And definitely, DO NOT invite them to any more social gatherings at your
home! What a waste of "social time"... Too bad we can't pick our
neighbors; I know I'd have one that would definitely be a goner.
:: During teh Christmas holidays, I invited these neighbors over for a
: drink, and James said "Michelle, you're going to have to do something
: those vines." When I asked him what he meant, he said that the vines were
: growing into their yard and are strangling their plants.
I have no idea about the law in your area and an internatonal forum may not
be the best place to get ideas on that side of the issue.
As others have said you may not have the best neighbours in the world;
however if you really want to keep the vine AND the neighbours could you
move the vine?
What I mean is put a trellis in front of the fence (say) a yard on your side
and train the vine forward on to it over a period of time. You would then
be able to keep it off the fence from your side. They cannot complain and
the fence is still hidden by the vine that you like. This may be cheaper
than the privacy fence also.
Use of this term always makes me bristle. Clean laundry on a line is
an "eyesore." Car restoration/repair in a driveway is an "eyesore."
Unless the canoe was emiting noxious vapors, it probably didn't
actually hurt your eyes.
It sounds as if you came up with a very satisfactory solution. For
you. Were you initially aware the vine would spread? You say you trim
*your* side every 2-3 weeks. Many people don't care for plants that
require that much maintenance.
Your neighbor very reasonably brought to your attention that *your*
plants were becoming a nuisance. Perhaps they don't regard your
"magnificent backdrop" in the same light as you do. They might even
regard it as an "eyesore." At any rate, it's become troublesome to
I believe you are wrong in thinking they are unreasonable. They very
nicely said they'd be perfectly happy if you'd take care of
maintenance on their side of the fence. They did *not* ask you to
remove the plants entirely. They merely told you you had created a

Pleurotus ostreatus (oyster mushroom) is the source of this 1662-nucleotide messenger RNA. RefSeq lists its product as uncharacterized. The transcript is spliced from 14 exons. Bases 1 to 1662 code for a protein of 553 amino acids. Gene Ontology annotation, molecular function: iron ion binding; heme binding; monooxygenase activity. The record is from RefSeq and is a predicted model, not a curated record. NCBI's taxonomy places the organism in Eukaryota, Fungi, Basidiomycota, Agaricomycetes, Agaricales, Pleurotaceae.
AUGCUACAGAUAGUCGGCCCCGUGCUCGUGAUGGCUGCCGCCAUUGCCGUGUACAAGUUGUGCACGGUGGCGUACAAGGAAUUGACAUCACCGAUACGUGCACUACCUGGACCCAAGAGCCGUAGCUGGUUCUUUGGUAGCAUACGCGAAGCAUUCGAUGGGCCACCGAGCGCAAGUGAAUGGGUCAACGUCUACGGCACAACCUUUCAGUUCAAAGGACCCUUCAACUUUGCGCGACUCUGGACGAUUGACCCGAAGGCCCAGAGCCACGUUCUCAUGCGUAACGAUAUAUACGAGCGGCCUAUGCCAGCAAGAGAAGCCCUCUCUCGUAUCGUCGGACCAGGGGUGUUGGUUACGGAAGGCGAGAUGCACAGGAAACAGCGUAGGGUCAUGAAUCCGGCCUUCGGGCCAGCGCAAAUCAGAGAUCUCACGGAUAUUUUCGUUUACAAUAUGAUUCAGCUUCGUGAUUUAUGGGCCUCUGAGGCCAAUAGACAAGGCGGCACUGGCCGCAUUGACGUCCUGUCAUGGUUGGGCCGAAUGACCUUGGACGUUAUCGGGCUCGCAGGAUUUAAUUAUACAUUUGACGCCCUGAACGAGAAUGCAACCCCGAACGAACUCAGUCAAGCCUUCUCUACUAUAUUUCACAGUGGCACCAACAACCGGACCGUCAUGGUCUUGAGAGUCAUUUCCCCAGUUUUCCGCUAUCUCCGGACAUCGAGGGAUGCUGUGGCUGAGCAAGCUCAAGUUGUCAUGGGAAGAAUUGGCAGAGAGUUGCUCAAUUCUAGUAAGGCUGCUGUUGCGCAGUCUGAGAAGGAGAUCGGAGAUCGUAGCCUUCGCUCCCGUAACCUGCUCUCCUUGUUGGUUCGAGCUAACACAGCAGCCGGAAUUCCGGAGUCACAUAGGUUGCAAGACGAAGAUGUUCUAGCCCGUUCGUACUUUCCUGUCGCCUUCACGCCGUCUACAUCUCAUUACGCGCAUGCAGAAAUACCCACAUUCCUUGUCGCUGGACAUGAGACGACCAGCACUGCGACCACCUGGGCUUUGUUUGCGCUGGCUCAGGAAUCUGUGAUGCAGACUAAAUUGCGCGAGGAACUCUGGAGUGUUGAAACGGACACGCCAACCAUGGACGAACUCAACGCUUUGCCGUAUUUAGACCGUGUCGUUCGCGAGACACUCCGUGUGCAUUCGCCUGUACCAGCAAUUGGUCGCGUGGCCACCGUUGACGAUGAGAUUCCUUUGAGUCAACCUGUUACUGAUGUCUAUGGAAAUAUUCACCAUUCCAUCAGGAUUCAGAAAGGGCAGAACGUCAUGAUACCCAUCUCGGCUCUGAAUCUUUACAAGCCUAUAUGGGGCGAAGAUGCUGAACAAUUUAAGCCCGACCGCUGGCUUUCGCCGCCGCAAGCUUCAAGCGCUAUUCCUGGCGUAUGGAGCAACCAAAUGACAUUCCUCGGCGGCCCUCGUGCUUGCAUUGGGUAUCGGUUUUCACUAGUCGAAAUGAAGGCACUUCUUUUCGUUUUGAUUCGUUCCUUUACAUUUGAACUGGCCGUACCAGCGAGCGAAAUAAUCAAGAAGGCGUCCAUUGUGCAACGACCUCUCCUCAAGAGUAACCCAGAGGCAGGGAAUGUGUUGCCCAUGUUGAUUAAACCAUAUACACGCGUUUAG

quite real problem for *them* and suggested a remedy.
Sheets & clothes & linens on a clothesline are kind of nostalgic to me, &
not an eyesoar. In this day & age everyone has a dryer; it's been a long
time since I've seen clothes out on a line. But I remember my
great-grandma Elva using a very old-fashioned washing machine with a
hand-turned pair of rollers for a "wringer," then everything after it had
been through the wringer at least twice was hung outside on three long
clotheslines. It was fun to run after the guinea-hens & chickens between
the rows of hanging garments & sheets & towels, & push one's face into a
stiffening sun-warmed sheet that smelled like summer.
-paghat the ratgirl
"Of what are you afraid, my child?" inquired the kindly teacher.
"Oh, sir! The flowers, they are wild," replied the timid creature.
On Tue, 11 Jan 2005 20:06:12 -0800, firstname.lastname@example.org
Hanging out laundry is a Good Thing in every way. It's ecologically
sound, taking nothing more than solar energy to accomplish its
purpose. It's thrifty. It's better for most fabrics. And laundry
smells good and fresh with no additives. And yes, many people continue
to use clotheslines if at all possible.
It's also an opportunity for unique play experiences. We used to hang towels
outside in the winter. Of course, they'd be stiff as cardboard in a matter
of minutes, and the kids thought that was the most amazing thing in the
All right, I was being over-critical. Yes, I know what "eyesore"
means. It means something that does no actual harm but that one
prefers not to look at. Part of the compromises we make in living
around other people is realizing not all of them are exactly the same,
and some are *bound* to do things that annoy others. Local codes
generally prohibit conditions that are noxious or dangerous. I very
much doubt that storing a canoe outside is one of them.
You asked if you were wrong in considering them "cranky". I think you
were. If they'd wanted you to plan their landscaping, they would have
asked. If you'd said when you planted it, "I want to plant this along
the fence, and it may intrude on your property. Are you OK with this
if I keep it trimmed?" I feel confident they would have been perfectly
satisfied, even pleased. If they were "cranky," they would have yanked
up the plants by the roots.
That is, their "eyesore" caused you nothing but aesthetic pain, while
your plants have become a very real nuisance to them.
I had a neighbor who hung her laundry out. This woman must've traveled the
world to find the ugliest panties. Believe me when I tell you.....there is
an absolute definition of "eyesore". I happen to be a professionally trained
and licensed connoiseur of ladies' underwear (preferably with ladies in
them), and I'm here to tell you.....damn. I almost quit the profession.
It's stupid here. Stupid weather. A few days ago, we had slush/rain, which
froze on the ground on irregular lumps that make it impossible to go for a
good walk unless you wear ice cleats. It snowed on top of that, thereby
making it harder to spot the ice. Today, it's supposed to reach the 50s, low
60s tomorrow, which is perfect trout fishing weather. But noooooooo...I have
to work. Just in time for the weekend, the temps will plunge into the 20s
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